The spread between yields on Treasury bills and the 10-year note, a closely watched signal for the health of the economy, inverted for the first time since 2007 on Friday after US PMI manufacturing data missed estimates. What is there to say about the inverted yield curve?
Inverted yield curve is a reminder that cycles end
The world’s biggest bond market is calling for an economic downturn in US future. When this is the first time the curve has been inverted since 2007, during the last cycle, the spread first fell to below zero in January 2006, almost two year before the start of recession. If history repeats, that means economy will be slump for late 2020 or early 2021.
However, it seems to a lot of time for risk asset to outperform or the economic outlook to improve. What’s more, the median projection of policy makers dropped to zero, compared to additional 4 times after first inversion in 2006. The Fed decision last week to call an end to interest rate increases suddenly can also stop economy hard landing.
Beware Misreading Inverting Yield Curve
Yield curve inversions are unusual because money lenders are willing to earn less interest income for longer. This typically happens when investors expect yields on shorter-term will fall because of Fed rate cut, and dragging down on long-term bonds. It is more likely that economy is slowing sharply and faces a recession risk.
But the pessimism about growth ignores the fact that strong labour market will continues to support consumption. It is true that government shutdown and trade war hurt economy sentiment in Q1 this year. But it is too early to draw a conclusion that US face a recession. Government investment, modest inflation, dovish Fed and tight corporate bond spread will support US economy.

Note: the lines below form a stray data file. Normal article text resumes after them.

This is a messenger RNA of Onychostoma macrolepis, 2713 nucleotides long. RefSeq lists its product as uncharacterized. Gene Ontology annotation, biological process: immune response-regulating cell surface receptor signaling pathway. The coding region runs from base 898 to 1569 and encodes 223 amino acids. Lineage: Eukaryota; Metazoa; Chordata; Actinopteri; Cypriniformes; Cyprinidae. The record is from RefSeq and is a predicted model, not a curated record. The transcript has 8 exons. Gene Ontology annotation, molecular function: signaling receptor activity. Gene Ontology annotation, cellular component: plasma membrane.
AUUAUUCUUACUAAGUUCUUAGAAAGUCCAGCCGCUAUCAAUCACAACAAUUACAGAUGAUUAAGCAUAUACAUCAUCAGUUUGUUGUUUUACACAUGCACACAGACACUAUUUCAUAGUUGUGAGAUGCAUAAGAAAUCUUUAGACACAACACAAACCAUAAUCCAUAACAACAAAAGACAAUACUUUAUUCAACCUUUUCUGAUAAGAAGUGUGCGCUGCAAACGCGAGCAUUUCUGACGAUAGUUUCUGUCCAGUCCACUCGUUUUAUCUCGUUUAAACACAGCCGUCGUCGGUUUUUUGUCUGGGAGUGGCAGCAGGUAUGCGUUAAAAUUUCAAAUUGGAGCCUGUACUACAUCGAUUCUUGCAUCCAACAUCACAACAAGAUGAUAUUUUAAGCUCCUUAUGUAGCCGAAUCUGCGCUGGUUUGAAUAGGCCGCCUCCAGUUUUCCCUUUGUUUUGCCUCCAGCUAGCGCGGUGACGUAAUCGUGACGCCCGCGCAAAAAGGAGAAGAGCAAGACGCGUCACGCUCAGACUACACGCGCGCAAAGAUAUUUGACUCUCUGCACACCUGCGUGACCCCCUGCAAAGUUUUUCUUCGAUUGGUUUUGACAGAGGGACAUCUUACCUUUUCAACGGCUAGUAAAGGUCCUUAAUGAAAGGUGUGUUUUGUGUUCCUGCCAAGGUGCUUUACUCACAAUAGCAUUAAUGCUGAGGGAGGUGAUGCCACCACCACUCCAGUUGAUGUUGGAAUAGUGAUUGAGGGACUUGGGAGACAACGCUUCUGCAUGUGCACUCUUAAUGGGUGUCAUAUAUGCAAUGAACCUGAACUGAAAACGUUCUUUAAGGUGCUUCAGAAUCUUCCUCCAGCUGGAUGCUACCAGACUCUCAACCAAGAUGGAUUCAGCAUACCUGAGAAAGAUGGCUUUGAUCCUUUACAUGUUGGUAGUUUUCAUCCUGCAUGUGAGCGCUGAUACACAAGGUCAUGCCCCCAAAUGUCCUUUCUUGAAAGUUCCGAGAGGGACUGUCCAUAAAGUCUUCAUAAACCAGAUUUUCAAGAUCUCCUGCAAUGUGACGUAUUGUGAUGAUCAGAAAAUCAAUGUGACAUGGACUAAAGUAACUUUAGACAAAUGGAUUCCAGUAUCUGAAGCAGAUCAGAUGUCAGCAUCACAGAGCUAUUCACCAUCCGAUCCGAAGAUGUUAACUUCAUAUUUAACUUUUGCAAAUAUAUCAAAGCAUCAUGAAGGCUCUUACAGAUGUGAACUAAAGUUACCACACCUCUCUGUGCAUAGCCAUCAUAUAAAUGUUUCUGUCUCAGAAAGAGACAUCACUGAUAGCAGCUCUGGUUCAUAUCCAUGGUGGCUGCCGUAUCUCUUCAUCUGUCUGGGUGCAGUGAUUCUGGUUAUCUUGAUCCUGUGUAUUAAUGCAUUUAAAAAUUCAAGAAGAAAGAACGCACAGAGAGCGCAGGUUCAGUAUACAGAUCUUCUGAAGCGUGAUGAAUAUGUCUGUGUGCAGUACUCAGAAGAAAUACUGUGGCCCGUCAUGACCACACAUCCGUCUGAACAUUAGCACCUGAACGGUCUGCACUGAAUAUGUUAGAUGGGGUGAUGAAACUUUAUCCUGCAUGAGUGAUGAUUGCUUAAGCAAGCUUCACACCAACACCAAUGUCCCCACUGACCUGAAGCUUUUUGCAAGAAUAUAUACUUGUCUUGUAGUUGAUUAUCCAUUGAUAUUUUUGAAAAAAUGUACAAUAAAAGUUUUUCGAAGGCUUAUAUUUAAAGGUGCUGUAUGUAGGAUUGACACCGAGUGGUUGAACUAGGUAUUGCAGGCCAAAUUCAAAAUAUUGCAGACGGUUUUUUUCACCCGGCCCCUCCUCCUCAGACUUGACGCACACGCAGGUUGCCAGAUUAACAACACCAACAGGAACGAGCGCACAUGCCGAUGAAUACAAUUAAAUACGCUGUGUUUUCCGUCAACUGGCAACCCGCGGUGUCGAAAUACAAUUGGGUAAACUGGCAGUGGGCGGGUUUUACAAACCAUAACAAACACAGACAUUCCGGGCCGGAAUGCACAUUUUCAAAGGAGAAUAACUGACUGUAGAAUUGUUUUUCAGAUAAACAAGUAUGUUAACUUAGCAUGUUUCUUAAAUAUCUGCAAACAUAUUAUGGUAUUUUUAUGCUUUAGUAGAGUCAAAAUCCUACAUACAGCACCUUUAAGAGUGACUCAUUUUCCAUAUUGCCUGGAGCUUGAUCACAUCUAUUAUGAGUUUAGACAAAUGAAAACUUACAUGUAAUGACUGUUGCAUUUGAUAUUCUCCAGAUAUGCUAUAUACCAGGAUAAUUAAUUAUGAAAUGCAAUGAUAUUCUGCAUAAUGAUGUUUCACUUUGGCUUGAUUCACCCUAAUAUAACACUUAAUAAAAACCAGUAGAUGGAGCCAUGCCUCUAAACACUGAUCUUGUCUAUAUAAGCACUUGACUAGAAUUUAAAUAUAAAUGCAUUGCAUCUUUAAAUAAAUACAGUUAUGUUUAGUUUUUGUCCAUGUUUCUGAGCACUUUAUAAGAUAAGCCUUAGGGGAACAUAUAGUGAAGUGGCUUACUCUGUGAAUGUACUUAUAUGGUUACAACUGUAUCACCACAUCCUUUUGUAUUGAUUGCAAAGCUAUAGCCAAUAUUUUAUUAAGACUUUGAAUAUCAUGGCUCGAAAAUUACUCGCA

Can Emerging Market benefit from that yield curve?
Inverted yield curve can be no big deal or even good news for Emerging Markets. It is a strong sign that Fed policy is too tight. It is no surprise that Emerging market favour that yield curve.
But the most important question why emerging market bonds have rallied so fast this year. The dovish Fed can be one important reason. But China policy has been another major catalyst. At the beginning of 2019, China central bank cut RRR ratio. Traders now bet that China is opening its liquidity taps again.
The question of the Emerging market future is credit cycle in China. The first month of total social finance is big enough, but Lunar New Year distort the first two months data. At this point, everyone is waiting for March data released in April. The data will show investors direction.
Last but not the least, investment sentiment is also important. The more people misread the yield-curve inversion as a signal of looming recession, the more stocks are likely to fall and volatility to rise, and the greater the risk of pockets of market illiquidity. All of these, if sustained, could dampen household and business confidence, postpone business investment decisions, and pull the rug out from under growth.